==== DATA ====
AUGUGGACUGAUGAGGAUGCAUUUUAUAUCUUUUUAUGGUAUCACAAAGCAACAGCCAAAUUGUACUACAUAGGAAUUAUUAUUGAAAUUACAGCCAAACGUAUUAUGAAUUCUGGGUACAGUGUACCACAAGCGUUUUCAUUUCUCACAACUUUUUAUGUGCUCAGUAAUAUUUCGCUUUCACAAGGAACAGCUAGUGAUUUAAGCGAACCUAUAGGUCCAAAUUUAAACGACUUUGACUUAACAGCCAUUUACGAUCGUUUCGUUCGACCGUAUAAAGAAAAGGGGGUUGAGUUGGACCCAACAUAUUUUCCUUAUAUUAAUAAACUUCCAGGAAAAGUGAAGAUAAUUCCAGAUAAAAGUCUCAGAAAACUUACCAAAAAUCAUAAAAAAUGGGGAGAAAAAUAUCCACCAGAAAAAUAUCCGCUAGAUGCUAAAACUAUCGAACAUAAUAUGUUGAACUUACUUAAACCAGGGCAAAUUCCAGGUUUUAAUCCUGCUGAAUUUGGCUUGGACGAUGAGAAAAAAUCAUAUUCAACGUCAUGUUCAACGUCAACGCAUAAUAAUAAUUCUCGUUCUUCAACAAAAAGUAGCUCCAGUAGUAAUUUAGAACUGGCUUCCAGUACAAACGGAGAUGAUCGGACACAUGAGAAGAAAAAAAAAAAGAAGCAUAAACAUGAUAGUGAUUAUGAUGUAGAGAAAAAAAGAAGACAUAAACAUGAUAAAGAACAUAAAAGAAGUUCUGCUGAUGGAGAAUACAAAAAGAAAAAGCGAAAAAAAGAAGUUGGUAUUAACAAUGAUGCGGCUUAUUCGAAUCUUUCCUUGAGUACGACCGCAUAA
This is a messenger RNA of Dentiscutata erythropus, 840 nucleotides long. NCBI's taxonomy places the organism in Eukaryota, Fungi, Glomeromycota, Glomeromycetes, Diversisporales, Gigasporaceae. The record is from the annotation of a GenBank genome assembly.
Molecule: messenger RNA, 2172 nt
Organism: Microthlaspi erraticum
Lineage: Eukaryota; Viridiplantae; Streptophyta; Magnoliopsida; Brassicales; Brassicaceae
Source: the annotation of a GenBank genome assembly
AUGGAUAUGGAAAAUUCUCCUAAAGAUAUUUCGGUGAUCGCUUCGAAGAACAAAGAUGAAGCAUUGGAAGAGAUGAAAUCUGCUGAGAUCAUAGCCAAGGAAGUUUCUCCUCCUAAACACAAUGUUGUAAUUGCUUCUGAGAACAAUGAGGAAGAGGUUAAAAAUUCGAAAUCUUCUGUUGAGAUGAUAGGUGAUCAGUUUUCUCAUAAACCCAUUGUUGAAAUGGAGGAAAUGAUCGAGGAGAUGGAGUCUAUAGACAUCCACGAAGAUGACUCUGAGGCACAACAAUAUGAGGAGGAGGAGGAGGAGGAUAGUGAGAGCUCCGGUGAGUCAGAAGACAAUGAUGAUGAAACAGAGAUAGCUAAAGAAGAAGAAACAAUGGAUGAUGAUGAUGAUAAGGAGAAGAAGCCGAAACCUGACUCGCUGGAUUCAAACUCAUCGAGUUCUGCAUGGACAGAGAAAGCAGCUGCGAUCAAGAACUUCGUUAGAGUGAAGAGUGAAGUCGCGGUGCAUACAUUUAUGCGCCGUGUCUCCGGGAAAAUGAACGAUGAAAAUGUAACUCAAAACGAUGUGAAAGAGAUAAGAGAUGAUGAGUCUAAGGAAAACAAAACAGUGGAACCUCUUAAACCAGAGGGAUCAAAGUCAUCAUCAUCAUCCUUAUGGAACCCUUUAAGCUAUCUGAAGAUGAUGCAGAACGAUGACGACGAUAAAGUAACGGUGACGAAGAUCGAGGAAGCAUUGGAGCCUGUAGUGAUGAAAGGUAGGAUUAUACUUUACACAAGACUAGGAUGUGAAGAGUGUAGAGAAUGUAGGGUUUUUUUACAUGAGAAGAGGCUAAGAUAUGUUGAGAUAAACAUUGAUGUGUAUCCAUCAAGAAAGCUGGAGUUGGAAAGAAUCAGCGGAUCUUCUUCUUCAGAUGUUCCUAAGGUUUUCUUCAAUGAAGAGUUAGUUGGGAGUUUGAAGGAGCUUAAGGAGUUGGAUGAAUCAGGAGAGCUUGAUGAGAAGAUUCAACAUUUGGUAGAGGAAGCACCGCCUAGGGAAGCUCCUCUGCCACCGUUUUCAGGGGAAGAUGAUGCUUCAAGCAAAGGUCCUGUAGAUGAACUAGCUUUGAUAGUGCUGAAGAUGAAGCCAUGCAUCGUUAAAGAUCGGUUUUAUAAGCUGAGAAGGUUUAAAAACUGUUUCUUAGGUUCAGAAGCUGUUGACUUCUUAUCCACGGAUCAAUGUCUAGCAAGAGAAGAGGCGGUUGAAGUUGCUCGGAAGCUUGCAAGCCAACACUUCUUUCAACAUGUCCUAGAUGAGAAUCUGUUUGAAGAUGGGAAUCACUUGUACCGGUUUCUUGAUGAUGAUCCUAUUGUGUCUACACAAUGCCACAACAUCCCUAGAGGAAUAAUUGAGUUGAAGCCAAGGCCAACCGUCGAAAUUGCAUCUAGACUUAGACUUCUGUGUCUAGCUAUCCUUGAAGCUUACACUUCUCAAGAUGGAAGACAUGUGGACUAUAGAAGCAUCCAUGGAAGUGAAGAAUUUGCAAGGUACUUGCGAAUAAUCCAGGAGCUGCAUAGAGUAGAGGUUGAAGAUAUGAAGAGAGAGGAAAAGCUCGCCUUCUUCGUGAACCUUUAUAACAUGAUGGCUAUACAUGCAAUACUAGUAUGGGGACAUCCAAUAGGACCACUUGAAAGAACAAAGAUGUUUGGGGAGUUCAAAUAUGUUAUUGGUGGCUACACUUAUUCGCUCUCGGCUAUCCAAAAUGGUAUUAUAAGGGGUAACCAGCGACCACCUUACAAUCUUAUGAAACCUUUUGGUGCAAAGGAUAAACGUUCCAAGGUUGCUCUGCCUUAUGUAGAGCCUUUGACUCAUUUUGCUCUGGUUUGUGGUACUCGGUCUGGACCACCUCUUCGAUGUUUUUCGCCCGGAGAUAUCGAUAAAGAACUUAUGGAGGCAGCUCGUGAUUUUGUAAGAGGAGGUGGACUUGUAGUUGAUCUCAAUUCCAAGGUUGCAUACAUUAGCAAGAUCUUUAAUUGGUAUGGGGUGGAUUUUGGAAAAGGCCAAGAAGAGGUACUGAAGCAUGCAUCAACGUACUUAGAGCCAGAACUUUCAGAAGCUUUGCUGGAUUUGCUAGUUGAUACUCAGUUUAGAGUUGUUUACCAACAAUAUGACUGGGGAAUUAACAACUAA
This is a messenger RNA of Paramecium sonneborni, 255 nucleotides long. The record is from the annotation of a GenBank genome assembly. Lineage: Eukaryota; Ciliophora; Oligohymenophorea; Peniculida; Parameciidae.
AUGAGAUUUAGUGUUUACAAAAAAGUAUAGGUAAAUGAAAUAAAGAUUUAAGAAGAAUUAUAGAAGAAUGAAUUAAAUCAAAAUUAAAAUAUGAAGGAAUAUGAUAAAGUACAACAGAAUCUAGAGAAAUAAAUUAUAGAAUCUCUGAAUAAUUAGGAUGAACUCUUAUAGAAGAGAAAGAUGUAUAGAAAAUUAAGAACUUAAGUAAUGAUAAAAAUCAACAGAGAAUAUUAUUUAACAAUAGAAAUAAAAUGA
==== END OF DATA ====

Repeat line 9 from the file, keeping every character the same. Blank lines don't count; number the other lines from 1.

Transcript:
AUGAGAUUUAGUGUUUACAAAAAAGUAUAGGUAAAUGAAAUAAAGAUUUAAGAAGAAUUAUAGAAGAAUGAAUUAAAUCAAAAUUAAAAUAUGAAGGAAUAUGAUAAAGUACAACAGAAUCUAGAGAAAUAAAUUAUAGAAUCUCUGAAUAAUUAGGAUGAACUCUUAUAGAAGAGAAAGAUGUAUAGAAAAUUAAGAACUUAAGUAAUGAUAAAAAUCAACAGAGAAUAUUAUUUAACAAUAGAAAUAAAAUGA